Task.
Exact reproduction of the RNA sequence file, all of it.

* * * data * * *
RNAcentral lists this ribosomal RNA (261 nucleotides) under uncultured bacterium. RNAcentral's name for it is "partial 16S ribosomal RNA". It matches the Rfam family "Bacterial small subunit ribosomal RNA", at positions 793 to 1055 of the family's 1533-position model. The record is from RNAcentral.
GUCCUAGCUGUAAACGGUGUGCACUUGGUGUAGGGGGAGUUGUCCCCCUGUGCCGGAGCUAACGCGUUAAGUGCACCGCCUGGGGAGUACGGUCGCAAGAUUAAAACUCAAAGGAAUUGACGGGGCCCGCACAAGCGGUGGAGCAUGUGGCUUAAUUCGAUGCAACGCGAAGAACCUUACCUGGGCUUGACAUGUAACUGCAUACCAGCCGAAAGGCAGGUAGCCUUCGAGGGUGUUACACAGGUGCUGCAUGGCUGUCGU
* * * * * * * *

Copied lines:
RNAcentral lists this ribosomal RNA (261 nucleotides) under uncultured bacterium. RNAcentral's name for it is "partial 16S ribosomal RNA". It matches the Rfam family "Bacterial small subunit ribosomal RNA", at positions 793 to 1055 of the family's 1533-position model. The record is from RNAcentral.
GUCCUAGCUGUAAACGGUGUGCACUUGGUGUAGGGGGAGUUGUCCCCCUGUGCCGGAGCUAACGCGUUAAGUGCACCGCCUGGGGAGUACGGUCGCAAGAUUAAAACUCAAAGGAAUUGACGGGGCCCGCACAAGCGGUGGAGCAUGUGGCUUAAUUCGAUGCAACGCGAAGAACCUUACCUGGGCUUGACAUGUAACUGCAUACCAGCCGAAAGGCAGGUAGCCUUCGAGGGUGUUACACAGGUGCUGCAUGGCUGUCGU